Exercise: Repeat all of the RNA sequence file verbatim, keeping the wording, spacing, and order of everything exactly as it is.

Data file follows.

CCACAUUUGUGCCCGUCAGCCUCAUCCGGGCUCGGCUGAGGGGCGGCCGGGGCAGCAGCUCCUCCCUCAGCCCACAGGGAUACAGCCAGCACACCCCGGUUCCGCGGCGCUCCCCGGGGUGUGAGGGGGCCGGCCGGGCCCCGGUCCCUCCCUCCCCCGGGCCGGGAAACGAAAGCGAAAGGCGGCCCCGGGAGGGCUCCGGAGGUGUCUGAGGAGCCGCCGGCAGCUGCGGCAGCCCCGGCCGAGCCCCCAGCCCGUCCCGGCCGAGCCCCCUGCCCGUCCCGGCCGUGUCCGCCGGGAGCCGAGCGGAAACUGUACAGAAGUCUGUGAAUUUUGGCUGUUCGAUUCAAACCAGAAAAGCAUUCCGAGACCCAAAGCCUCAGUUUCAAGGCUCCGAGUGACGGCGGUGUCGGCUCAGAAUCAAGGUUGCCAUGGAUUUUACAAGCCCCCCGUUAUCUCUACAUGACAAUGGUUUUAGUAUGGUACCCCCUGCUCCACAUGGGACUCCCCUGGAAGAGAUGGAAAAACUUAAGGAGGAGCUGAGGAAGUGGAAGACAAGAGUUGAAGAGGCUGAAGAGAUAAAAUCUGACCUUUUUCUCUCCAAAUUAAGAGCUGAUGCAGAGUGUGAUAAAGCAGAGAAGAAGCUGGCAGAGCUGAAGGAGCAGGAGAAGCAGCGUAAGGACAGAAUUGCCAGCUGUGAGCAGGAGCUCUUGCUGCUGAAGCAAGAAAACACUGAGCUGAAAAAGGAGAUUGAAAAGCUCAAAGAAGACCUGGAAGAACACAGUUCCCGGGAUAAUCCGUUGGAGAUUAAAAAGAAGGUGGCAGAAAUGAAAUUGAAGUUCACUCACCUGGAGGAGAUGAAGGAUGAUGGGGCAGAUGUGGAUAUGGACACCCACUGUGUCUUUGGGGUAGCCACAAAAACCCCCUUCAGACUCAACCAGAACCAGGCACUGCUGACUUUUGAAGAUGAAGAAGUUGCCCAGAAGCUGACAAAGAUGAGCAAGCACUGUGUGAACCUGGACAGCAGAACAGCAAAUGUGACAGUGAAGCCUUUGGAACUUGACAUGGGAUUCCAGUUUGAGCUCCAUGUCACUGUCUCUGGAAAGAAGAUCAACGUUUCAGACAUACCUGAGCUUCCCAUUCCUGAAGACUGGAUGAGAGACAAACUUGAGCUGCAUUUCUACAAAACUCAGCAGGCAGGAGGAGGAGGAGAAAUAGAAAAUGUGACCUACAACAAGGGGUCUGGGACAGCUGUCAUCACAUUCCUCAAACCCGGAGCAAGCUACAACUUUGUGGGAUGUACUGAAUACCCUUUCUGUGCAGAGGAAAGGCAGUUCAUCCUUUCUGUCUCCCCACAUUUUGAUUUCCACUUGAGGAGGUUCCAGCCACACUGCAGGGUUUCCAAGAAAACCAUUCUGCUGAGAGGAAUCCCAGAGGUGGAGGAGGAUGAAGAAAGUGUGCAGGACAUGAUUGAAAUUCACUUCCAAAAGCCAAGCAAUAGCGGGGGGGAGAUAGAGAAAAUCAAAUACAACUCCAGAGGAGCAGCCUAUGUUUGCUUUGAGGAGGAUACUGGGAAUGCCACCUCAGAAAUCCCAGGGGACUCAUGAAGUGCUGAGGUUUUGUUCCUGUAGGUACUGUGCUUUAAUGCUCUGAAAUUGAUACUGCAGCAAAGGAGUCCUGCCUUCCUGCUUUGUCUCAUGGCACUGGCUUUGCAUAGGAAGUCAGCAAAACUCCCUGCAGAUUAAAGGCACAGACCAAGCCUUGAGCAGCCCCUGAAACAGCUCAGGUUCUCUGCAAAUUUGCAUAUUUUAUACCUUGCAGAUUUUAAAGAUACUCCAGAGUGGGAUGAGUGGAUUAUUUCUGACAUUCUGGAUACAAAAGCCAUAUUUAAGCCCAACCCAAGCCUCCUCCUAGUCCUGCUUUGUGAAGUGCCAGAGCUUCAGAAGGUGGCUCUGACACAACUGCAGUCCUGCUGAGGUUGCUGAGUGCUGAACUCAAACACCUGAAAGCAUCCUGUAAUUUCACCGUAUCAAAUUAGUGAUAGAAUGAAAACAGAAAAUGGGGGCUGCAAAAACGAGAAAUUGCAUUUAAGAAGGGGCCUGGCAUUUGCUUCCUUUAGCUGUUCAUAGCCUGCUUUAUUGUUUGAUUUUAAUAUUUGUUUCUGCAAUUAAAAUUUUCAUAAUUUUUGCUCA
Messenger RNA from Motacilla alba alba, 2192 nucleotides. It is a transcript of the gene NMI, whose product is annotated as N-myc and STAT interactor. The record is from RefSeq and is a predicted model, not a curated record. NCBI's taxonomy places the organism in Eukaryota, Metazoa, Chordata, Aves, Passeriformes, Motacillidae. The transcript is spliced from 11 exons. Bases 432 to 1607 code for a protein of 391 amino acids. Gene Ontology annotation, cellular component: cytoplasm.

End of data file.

CCACAUUUGUGCCCGUCAGCCUCAUCCGGGCUCGGCUGAGGGGCGGCCGGGGCAGCAGCUCCUCCCUCAGCCCACAGGGAUACAGCCAGCACACCCCGGUUCCGCGGCGCUCCCCGGGGUGUGAGGGGGCCGGCCGGGCCCCGGUCCCUCCCUCCCCCGGGCCGGGAAACGAAAGCGAAAGGCGGCCCCGGGAGGGCUCCGGAGGUGUCUGAGGAGCCGCCGGCAGCUGCGGCAGCCCCGGCCGAGCCCCCAGCCCGUCCCGGCCGAGCCCCCUGCCCGUCCCGGCCGUGUCCGCCGGGAGCCGAGCGGAAACUGUACAGAAGUCUGUGAAUUUUGGCUGUUCGAUUCAAACCAGAAAAGCAUUCCGAGACCCAAAGCCUCAGUUUCAAGGCUCCGAGUGACGGCGGUGUCGGCUCAGAAUCAAGGUUGCCAUGGAUUUUACAAGCCCCCCGUUAUCUCUACAUGACAAUGGUUUUAGUAUGGUACCCCCUGCUCCACAUGGGACUCCCCUGGAAGAGAUGGAAAAACUUAAGGAGGAGCUGAGGAAGUGGAAGACAAGAGUUGAAGAGGCUGAAGAGAUAAAAUCUGACCUUUUUCUCUCCAAAUUAAGAGCUGAUGCAGAGUGUGAUAAAGCAGAGAAGAAGCUGGCAGAGCUGAAGGAGCAGGAGAAGCAGCGUAAGGACAGAAUUGCCAGCUGUGAGCAGGAGCUCUUGCUGCUGAAGCAAGAAAACACUGAGCUGAAAAAGGAGAUUGAAAAGCUCAAAGAAGACCUGGAAGAACACAGUUCCCGGGAUAAUCCGUUGGAGAUUAAAAAGAAGGUGGCAGAAAUGAAAUUGAAGUUCACUCACCUGGAGGAGAUGAAGGAUGAUGGGGCAGAUGUGGAUAUGGACACCCACUGUGUCUUUGGGGUAGCCACAAAAACCCCCUUCAGACUCAACCAGAACCAGGCACUGCUGACUUUUGAAGAUGAAGAAGUUGCCCAGAAGCUGACAAAGAUGAGCAAGCACUGUGUGAACCUGGACAGCAGAACAGCAAAUGUGACAGUGAAGCCUUUGGAACUUGACAUGGGAUUCCAGUUUGAGCUCCAUGUCACUGUCUCUGGAAAGAAGAUCAACGUUUCAGACAUACCUGAGCUUCCCAUUCCUGAAGACUGGAUGAGAGACAAACUUGAGCUGCAUUUCUACAAAACUCAGCAGGCAGGAGGAGGAGGAGAAAUAGAAAAUGUGACCUACAACAAGGGGUCUGGGACAGCUGUCAUCACAUUCCUCAAACCCGGAGCAAGCUACAACUUUGUGGGAUGUACUGAAUACCCUUUCUGUGCAGAGGAAAGGCAGUUCAUCCUUUCUGUCUCCCCACAUUUUGAUUUCCACUUGAGGAGGUUCCAGCCACACUGCAGGGUUUCCAAGAAAACCAUUCUGCUGAGAGGAAUCCCAGAGGUGGAGGAGGAUGAAGAAAGUGUGCAGGACAUGAUUGAAAUUCACUUCCAAAAGCCAAGCAAUAGCGGGGGGGAGAUAGAGAAAAUCAAAUACAACUCCAGAGGAGCAGCCUAUGUUUGCUUUGAGGAGGAUACUGGGAAUGCCACCUCAGAAAUCCCAGGGGACUCAUGAAGUGCUGAGGUUUUGUUCCUGUAGGUACUGUGCUUUAAUGCUCUGAAAUUGAUACUGCAGCAAAGGAGUCCUGCCUUCCUGCUUUGUCUCAUGGCACUGGCUUUGCAUAGGAAGUCAGCAAAACUCCCUGCAGAUUAAAGGCACAGACCAAGCCUUGAGCAGCCCCUGAAACAGCUCAGGUUCUCUGCAAAUUUGCAUAUUUUAUACCUUGCAGAUUUUAAAGAUACUCCAGAGUGGGAUGAGUGGAUUAUUUCUGACAUUCUGGAUACAAAAGCCAUAUUUAAGCCCAACCCAAGCCUCCUCCUAGUCCUGCUUUGUGAAGUGCCAGAGCUUCAGAAGGUGGCUCUGACACAACUGCAGUCCUGCUGAGGUUGCUGAGUGCUGAACUCAAACACCUGAAAGCAUCCUGUAAUUUCACCGUAUCAAAUUAGUGAUAGAAUGAAAACAGAAAAUGGGGGCUGCAAAAACGAGAAAUUGCAUUUAAGAAGGGGCCUGGCAUUUGCUUCCUUUAGCUGUUCAUAGCCUGCUUUAUUGUUUGAUUUUAAUAUUUGUUUCUGCAAUUAAAAUUUUCAUAAUUUUUGCUCA
Messenger RNA from Motacilla alba alba, 2192 nucleotides. It is a transcript of the gene NMI, whose product is annotated as N-myc and STAT interactor. The record is from RefSeq and is a predicted model, not a curated record. NCBI's taxonomy places the organism in Eukaryota, Metazoa, Chordata, Aves, Passeriformes, Motacillidae. The transcript is spliced from 11 exons. Bases 432 to 1607 code for a protein of 391 amino acids. Gene Ontology annotation, cellular component: cytoplasm.